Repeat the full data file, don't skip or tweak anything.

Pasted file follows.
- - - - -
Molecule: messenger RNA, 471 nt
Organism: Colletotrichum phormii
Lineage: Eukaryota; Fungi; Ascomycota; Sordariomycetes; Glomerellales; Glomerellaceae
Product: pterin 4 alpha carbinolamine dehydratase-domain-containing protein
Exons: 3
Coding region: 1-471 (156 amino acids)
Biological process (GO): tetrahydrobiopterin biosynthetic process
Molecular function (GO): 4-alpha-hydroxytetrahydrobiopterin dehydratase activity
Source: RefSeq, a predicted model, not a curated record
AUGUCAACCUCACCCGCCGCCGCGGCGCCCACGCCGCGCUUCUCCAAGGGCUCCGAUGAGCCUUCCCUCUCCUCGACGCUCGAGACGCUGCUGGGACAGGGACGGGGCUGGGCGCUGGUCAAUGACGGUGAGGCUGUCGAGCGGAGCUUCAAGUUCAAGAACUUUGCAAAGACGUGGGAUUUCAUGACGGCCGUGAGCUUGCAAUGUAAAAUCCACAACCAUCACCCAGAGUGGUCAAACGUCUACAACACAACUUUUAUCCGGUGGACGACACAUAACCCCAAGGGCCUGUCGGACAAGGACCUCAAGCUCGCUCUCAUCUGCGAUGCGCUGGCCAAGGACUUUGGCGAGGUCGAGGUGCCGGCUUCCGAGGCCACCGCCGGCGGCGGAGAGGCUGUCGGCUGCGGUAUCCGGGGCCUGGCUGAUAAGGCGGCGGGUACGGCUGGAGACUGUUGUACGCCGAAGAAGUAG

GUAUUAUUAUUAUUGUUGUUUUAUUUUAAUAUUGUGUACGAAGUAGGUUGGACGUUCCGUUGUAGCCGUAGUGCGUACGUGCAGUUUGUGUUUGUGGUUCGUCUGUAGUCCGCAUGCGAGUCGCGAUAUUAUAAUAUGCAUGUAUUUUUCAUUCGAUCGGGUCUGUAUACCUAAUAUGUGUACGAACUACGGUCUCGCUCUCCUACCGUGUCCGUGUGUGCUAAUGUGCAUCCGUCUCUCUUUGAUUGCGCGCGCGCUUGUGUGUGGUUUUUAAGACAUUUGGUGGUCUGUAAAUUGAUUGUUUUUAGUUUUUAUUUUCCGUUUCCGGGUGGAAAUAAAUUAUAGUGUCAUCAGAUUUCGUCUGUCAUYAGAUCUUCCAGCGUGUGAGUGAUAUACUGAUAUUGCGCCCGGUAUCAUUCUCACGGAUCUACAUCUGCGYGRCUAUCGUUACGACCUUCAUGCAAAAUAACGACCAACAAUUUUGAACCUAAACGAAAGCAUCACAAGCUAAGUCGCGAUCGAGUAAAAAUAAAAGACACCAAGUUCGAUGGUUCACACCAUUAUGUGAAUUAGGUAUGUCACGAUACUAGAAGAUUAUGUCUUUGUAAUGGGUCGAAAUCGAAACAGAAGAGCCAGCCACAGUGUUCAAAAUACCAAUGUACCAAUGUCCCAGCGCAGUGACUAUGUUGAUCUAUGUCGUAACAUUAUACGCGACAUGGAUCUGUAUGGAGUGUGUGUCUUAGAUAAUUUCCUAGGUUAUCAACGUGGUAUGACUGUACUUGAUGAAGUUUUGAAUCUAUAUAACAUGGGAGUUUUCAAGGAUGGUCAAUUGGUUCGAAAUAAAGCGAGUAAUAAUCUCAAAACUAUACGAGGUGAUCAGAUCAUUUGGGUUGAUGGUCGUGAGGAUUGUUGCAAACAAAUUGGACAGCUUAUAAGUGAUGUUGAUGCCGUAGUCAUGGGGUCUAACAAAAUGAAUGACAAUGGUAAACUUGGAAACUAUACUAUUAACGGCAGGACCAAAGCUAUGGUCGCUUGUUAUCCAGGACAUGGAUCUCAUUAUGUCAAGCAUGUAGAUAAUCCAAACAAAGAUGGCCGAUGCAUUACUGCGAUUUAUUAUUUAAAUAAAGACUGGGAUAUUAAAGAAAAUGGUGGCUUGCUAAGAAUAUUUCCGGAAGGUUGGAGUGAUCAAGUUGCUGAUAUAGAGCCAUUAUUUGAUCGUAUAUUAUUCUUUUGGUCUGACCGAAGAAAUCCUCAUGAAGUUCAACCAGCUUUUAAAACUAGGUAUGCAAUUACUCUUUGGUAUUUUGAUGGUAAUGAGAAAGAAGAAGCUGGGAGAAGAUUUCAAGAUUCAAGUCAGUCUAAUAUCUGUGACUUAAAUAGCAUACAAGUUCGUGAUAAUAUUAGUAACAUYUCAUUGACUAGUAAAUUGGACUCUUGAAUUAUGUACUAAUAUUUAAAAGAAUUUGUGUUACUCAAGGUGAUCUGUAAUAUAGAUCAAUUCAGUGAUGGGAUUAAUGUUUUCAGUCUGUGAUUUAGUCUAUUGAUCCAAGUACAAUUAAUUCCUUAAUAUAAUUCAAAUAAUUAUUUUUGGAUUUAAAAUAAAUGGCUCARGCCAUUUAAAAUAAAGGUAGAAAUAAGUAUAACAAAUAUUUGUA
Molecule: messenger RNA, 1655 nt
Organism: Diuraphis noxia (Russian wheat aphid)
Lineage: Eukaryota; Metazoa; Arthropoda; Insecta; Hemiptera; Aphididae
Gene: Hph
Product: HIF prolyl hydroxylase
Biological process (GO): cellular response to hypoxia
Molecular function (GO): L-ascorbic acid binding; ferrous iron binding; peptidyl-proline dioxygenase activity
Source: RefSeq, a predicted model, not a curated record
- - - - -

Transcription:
Molecule: messenger RNA, 471 nt
Organism: Colletotrichum phormii
Lineage: Eukaryota; Fungi; Ascomycota; Sordariomycetes; Glomerellales; Glomerellaceae
Product: pterin 4 alpha carbinolamine dehydratase-domain-containing protein
Exons: 3
Coding region: 1-471 (156 amino acids)
Biological process (GO): tetrahydrobiopterin biosynthetic process
Molecular function (GO): 4-alpha-hydroxytetrahydrobiopterin dehydratase activity
Source: RefSeq, a predicted model, not a curated record
AUGUCAACCUCACCCGCCGCCGCGGCGCCCACGCCGCGCUUCUCCAAGGGCUCCGAUGAGCCUUCCCUCUCCUCGACGCUCGAGACGCUGCUGGGACAGGGACGGGGCUGGGCGCUGGUCAAUGACGGUGAGGCUGUCGAGCGGAGCUUCAAGUUCAAGAACUUUGCAAAGACGUGGGAUUUCAUGACGGCCGUGAGCUUGCAAUGUAAAAUCCACAACCAUCACCCAGAGUGGUCAAACGUCUACAACACAACUUUUAUCCGGUGGACGACACAUAACCCCAAGGGCCUGUCGGACAAGGACCUCAAGCUCGCUCUCAUCUGCGAUGCGCUGGCCAAGGACUUUGGCGAGGUCGAGGUGCCGGCUUCCGAGGCCACCGCCGGCGGCGGAGAGGCUGUCGGCUGCGGUAUCCGGGGCCUGGCUGAUAAGGCGGCGGGUACGGCUGGAGACUGUUGUACGCCGAAGAAGUAG

GUAUUAUUAUUAUUGUUGUUUUAUUUUAAUAUUGUGUACGAAGUAGGUUGGACGUUCCGUUGUAGCCGUAGUGCGUACGUGCAGUUUGUGUUUGUGGUUCGUCUGUAGUCCGCAUGCGAGUCGCGAUAUUAUAAUAUGCAUGUAUUUUUCAUUCGAUCGGGUCUGUAUACCUAAUAUGUGUACGAACUACGGUCUCGCUCUCCUACCGUGUCCGUGUGUGCUAAUGUGCAUCCGUCUCUCUUUGAUUGCGCGCGCGCUUGUGUGUGGUUUUUAAGACAUUUGGUGGUCUGUAAAUUGAUUGUUUUUAGUUUUUAUUUUCCGUUUCCGGGUGGAAAUAAAUUAUAGUGUCAUCAGAUUUCGUCUGUCAUYAGAUCUUCCAGCGUGUGAGUGAUAUACUGAUAUUGCGCCCGGUAUCAUUCUCACGGAUCUACAUCUGCGYGRCUAUCGUUACGACCUUCAUGCAAAAUAACGACCAACAAUUUUGAACCUAAACGAAAGCAUCACAAGCUAAGUCGCGAUCGAGUAAAAAUAAAAGACACCAAGUUCGAUGGUUCACACCAUUAUGUGAAUUAGGUAUGUCACGAUACUAGAAGAUUAUGUCUUUGUAAUGGGUCGAAAUCGAAACAGAAGAGCCAGCCACAGUGUUCAAAAUACCAAUGUACCAAUGUCCCAGCGCAGUGACUAUGUUGAUCUAUGUCGUAACAUUAUACGCGACAUGGAUCUGUAUGGAGUGUGUGUCUUAGAUAAUUUCCUAGGUUAUCAACGUGGUAUGACUGUACUUGAUGAAGUUUUGAAUCUAUAUAACAUGGGAGUUUUCAAGGAUGGUCAAUUGGUUCGAAAUAAAGCGAGUAAUAAUCUCAAAACUAUACGAGGUGAUCAGAUCAUUUGGGUUGAUGGUCGUGAGGAUUGUUGCAAACAAAUUGGACAGCUUAUAAGUGAUGUUGAUGCCGUAGUCAUGGGGUCUAACAAAAUGAAUGACAAUGGUAAACUUGGAAACUAUACUAUUAACGGCAGGACCAAAGCUAUGGUCGCUUGUUAUCCAGGACAUGGAUCUCAUUAUGUCAAGCAUGUAGAUAAUCCAAACAAAGAUGGCCGAUGCAUUACUGCGAUUUAUUAUUUAAAUAAAGACUGGGAUAUUAAAGAAAAUGGUGGCUUGCUAAGAAUAUUUCCGGAAGGUUGGAGUGAUCAAGUUGCUGAUAUAGAGCCAUUAUUUGAUCGUAUAUUAUUCUUUUGGUCUGACCGAAGAAAUCCUCAUGAAGUUCAACCAGCUUUUAAAACUAGGUAUGCAAUUACUCUUUGGUAUUUUGAUGGUAAUGAGAAAGAAGAAGCUGGGAGAAGAUUUCAAGAUUCAAGUCAGUCUAAUAUCUGUGACUUAAAUAGCAUACAAGUUCGUGAUAAUAUUAGUAACAUYUCAUUGACUAGUAAAUUGGACUCUUGAAUUAUGUACUAAUAUUUAAAAGAAUUUGUGUUACUCAAGGUGAUCUGUAAUAUAGAUCAAUUCAGUGAUGGGAUUAAUGUUUUCAGUCUGUGAUUUAGUCUAUUGAUCCAAGUACAAUUAAUUCCUUAAUAUAAUUCAAAUAAUUAUUUUUGGAUUUAAAAUAAAUGGCUCARGCCAUUUAAAAUAAAGGUAGAAAUAAGUAUAACAAAUAUUUGUA
Molecule: messenger RNA, 1655 nt
Organism: Diuraphis noxia (Russian wheat aphid)
Lineage: Eukaryota; Metazoa; Arthropoda; Insecta; Hemiptera; Aphididae
Gene: Hph
Product: HIF prolyl hydroxylase
Biological process (GO): cellular response to hypoxia
Molecular function (GO): L-ascorbic acid binding; ferrous iron binding; peptidyl-proline dioxygenase activity
Source: RefSeq, a predicted model, not a curated record